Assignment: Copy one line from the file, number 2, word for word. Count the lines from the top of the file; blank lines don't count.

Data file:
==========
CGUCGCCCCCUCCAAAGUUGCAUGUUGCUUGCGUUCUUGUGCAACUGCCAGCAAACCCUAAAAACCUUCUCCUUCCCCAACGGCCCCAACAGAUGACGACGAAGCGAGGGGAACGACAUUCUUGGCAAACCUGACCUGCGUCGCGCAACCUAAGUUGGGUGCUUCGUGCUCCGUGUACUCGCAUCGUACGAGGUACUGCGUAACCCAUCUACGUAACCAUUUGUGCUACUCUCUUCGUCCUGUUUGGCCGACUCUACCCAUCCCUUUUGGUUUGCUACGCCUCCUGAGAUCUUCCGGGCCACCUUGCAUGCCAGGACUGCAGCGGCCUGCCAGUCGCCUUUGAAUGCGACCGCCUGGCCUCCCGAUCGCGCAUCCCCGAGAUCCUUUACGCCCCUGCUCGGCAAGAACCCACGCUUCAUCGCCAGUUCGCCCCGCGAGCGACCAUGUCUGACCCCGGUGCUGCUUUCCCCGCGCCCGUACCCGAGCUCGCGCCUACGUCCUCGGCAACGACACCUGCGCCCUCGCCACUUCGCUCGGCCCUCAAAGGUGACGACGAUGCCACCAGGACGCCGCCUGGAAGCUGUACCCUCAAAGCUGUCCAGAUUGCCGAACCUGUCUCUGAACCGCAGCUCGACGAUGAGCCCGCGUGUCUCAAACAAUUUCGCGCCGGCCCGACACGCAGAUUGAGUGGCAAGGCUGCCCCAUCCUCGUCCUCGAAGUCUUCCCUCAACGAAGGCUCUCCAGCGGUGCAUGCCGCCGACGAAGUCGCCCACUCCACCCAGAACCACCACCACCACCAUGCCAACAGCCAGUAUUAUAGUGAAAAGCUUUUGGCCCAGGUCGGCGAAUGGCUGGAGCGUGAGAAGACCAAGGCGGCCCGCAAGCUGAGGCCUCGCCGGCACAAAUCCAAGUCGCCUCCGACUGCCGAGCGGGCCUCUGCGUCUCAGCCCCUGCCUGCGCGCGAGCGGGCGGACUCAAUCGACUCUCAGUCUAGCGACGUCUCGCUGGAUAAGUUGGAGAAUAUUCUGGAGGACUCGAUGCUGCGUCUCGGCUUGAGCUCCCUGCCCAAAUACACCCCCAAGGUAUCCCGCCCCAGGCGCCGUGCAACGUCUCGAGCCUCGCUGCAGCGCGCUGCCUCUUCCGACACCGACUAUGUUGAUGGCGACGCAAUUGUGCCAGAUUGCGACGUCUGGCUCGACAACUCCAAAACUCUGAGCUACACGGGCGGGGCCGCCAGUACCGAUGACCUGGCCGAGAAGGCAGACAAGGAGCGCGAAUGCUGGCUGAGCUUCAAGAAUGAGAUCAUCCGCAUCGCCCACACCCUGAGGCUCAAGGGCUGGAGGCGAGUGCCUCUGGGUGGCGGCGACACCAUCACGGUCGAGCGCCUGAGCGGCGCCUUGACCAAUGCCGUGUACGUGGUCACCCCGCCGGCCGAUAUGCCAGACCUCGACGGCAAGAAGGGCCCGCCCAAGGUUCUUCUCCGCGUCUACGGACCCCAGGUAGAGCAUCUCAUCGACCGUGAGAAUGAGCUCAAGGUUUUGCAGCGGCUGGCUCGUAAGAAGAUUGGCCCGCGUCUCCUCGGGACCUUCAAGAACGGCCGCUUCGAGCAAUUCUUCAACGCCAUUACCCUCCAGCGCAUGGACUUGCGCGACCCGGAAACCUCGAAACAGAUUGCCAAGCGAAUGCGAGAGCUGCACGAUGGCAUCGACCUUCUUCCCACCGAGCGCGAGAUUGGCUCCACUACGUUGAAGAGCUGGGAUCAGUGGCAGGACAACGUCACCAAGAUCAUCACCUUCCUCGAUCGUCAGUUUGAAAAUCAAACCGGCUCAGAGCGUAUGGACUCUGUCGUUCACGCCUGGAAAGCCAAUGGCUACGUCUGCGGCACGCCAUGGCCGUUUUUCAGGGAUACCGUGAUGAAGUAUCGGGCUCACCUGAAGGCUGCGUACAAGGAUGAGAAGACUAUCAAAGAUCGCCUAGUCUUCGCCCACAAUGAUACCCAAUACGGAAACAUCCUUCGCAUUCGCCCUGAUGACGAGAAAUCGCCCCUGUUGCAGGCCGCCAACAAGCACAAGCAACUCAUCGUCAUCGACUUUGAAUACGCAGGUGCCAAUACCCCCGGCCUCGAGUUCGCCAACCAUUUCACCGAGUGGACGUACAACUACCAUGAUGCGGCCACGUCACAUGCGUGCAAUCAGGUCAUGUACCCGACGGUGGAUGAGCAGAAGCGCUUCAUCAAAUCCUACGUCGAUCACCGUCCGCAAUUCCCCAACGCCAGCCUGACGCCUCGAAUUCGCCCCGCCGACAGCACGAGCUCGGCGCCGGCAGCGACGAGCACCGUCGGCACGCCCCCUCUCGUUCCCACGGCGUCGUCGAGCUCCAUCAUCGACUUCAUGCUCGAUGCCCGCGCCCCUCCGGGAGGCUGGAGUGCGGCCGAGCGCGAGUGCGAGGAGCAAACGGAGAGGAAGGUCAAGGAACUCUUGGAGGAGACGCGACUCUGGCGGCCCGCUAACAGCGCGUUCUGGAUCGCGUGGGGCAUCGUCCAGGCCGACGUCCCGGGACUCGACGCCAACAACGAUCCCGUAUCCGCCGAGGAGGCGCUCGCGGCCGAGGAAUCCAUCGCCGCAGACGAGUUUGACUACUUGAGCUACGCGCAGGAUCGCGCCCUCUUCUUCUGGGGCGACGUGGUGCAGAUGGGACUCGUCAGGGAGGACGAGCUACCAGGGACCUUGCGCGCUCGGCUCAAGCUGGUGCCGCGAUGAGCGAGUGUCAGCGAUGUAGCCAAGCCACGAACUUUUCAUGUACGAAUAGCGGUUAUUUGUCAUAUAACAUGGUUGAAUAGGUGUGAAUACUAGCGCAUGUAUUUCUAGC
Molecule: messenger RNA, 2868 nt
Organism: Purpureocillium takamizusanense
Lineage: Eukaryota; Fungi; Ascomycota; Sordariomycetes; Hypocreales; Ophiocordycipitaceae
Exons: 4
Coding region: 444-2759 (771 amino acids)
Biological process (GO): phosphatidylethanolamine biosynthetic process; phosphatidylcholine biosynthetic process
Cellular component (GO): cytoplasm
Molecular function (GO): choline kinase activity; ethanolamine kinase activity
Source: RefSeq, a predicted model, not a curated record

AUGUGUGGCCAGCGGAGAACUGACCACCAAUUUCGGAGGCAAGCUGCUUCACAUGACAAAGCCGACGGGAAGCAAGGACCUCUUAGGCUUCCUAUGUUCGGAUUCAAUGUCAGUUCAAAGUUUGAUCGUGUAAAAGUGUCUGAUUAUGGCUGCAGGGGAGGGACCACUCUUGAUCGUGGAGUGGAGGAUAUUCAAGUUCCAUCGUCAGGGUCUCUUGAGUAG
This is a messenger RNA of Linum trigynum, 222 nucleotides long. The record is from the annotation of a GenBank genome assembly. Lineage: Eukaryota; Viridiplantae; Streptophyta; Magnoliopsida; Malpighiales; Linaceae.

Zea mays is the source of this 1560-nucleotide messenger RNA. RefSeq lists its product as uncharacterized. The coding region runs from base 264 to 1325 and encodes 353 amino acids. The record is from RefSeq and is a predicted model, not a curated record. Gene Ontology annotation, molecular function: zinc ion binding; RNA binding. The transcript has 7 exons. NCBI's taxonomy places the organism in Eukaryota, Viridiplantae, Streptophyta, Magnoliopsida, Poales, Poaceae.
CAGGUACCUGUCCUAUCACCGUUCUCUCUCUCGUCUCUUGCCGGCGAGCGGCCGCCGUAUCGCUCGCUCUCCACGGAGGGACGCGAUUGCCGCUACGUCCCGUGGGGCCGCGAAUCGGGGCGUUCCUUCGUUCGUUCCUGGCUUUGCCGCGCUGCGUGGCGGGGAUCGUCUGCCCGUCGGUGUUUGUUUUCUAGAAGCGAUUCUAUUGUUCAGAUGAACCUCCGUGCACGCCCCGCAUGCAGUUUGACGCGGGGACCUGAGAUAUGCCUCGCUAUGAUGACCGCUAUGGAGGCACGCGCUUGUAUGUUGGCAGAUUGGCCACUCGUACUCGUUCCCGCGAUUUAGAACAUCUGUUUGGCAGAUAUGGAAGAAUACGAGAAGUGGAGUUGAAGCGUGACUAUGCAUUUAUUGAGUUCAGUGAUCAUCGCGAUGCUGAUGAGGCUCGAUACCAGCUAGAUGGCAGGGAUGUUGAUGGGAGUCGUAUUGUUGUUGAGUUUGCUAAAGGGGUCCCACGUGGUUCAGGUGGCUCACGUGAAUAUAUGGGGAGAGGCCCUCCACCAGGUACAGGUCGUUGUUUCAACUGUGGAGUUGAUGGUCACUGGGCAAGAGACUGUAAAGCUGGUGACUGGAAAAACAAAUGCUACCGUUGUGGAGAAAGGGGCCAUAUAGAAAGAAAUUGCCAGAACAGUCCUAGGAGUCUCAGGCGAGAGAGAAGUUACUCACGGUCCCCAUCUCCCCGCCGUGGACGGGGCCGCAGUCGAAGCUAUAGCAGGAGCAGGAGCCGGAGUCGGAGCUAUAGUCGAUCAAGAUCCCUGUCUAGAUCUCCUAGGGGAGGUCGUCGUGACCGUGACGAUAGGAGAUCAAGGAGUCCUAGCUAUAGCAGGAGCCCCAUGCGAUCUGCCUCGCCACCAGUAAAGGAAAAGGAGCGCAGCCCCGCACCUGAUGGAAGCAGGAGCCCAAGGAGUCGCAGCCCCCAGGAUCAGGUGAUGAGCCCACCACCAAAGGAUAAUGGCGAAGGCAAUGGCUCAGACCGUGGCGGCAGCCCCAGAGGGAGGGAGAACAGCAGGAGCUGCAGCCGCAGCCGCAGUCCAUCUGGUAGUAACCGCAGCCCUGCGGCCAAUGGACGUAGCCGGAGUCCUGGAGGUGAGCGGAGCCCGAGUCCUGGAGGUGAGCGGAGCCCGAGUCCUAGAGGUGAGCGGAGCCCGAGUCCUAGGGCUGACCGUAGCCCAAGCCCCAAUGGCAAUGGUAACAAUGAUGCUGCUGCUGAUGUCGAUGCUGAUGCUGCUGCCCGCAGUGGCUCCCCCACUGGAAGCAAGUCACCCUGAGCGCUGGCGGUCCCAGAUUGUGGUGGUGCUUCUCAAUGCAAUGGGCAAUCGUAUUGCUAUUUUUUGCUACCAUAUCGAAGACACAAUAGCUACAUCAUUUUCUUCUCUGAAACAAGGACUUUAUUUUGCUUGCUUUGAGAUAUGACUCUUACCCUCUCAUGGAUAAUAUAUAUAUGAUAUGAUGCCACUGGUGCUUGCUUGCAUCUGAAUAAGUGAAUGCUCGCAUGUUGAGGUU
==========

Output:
Molecule: messenger RNA, 2868 nt